OFTEN mistaken as clumsiness or a sign of low intelligence, dyspraxia is more common than a lot of people realise. Liz Connor finds out more.
WRITING, typing, riding a bike, driving a car, doing DIY around the home – these are just a few of the everyday activities that can be more tricky for people with dyspraxia, or developmental coordination disorder (DCD), as it’s now more commonly known.
The motor-skills disorder affects coordination and can make it difficult for people to plan and process motor tasks. Despite the fact it’s quite common however, dyspraxia is often poorly understood and sometimes confused for a sign of low intelligence or clumsiness – but there’s actually no connection between DCD and low IQ. In fact, it’s widely thought that Albert Einstein had it.
Dyspraxia is believed to affect around 10pc of the population, meaning it’s likely that one child in every classroom will have it – although it’s often not officially recognised until adulthood. It’s also thought to be around three or four times more likely in boys than girls, and sometimes runs in families.
What is dyspraxia?
Although the causes aren’t fully understood, dyspraxia affects the planning and processing of movements and coordination as a result of brain messages not being accurately transmitted to the body.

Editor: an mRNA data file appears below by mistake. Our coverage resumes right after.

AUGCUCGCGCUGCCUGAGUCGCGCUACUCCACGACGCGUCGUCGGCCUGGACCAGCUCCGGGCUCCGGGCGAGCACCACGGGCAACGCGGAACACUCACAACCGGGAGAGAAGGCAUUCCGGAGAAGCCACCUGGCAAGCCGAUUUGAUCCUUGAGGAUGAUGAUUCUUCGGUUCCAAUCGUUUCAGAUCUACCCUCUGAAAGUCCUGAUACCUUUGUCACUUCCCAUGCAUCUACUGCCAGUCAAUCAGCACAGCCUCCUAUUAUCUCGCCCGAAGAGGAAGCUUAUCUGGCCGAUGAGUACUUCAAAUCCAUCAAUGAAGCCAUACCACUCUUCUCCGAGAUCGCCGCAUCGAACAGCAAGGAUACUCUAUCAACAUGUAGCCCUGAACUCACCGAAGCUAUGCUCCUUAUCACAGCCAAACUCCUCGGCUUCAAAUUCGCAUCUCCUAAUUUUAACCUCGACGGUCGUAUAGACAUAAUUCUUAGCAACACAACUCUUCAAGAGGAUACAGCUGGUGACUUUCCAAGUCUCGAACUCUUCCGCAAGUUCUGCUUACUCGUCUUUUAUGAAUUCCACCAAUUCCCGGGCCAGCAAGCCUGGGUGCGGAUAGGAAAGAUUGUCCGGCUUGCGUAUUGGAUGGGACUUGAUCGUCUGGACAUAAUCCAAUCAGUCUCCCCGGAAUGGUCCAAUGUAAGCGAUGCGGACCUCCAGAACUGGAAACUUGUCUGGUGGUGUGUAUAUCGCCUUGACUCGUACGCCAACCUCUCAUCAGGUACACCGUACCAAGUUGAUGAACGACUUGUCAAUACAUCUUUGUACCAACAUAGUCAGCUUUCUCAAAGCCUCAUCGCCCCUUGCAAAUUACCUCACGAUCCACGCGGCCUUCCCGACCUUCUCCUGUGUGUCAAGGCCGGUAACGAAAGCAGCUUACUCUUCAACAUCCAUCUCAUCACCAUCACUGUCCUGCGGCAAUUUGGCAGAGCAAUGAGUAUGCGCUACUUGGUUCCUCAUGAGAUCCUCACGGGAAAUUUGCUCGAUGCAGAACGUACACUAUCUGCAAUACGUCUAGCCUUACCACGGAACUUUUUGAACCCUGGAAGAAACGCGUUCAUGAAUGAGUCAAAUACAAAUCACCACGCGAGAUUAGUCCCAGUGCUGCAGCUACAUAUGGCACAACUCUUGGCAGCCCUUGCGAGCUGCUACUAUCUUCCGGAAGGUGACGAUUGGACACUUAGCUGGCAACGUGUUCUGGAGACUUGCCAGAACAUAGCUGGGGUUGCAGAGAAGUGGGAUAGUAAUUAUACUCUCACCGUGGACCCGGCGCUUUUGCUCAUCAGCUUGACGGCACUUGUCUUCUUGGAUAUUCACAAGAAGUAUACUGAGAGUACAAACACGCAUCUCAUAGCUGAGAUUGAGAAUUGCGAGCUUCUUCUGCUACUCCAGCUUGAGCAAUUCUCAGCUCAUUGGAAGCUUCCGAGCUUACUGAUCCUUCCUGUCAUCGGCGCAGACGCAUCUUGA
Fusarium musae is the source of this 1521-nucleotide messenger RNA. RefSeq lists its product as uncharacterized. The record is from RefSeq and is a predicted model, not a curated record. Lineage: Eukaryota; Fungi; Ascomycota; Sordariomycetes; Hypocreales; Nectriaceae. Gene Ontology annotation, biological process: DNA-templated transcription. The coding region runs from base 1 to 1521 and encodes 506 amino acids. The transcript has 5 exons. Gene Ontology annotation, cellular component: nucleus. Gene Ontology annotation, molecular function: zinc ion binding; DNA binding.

The NHS describes dyspraxia as a ‘condition affecting physical coordination that causes a child to perform less well than expected in daily activities for his or her age, and appear to move clumsily’. Carrying out coordinated movements, however simple they may seem, is actually a complex process in the brain, involving many different nerves and parts of the cerebrum – and even the slightest glitch in the process can make something as simple as pouring a glass of juice, or tying a knot, more difficult.
Experts are not clear as to why motor coordination doesn’t develop as well as other abilities in children with dyspraxia, although there are a few risk factors that may be associated with it. These include being born prematurely or with a low birth weight, having a family history of dyspraxia, and alcohol or substance abuse during pregnancy.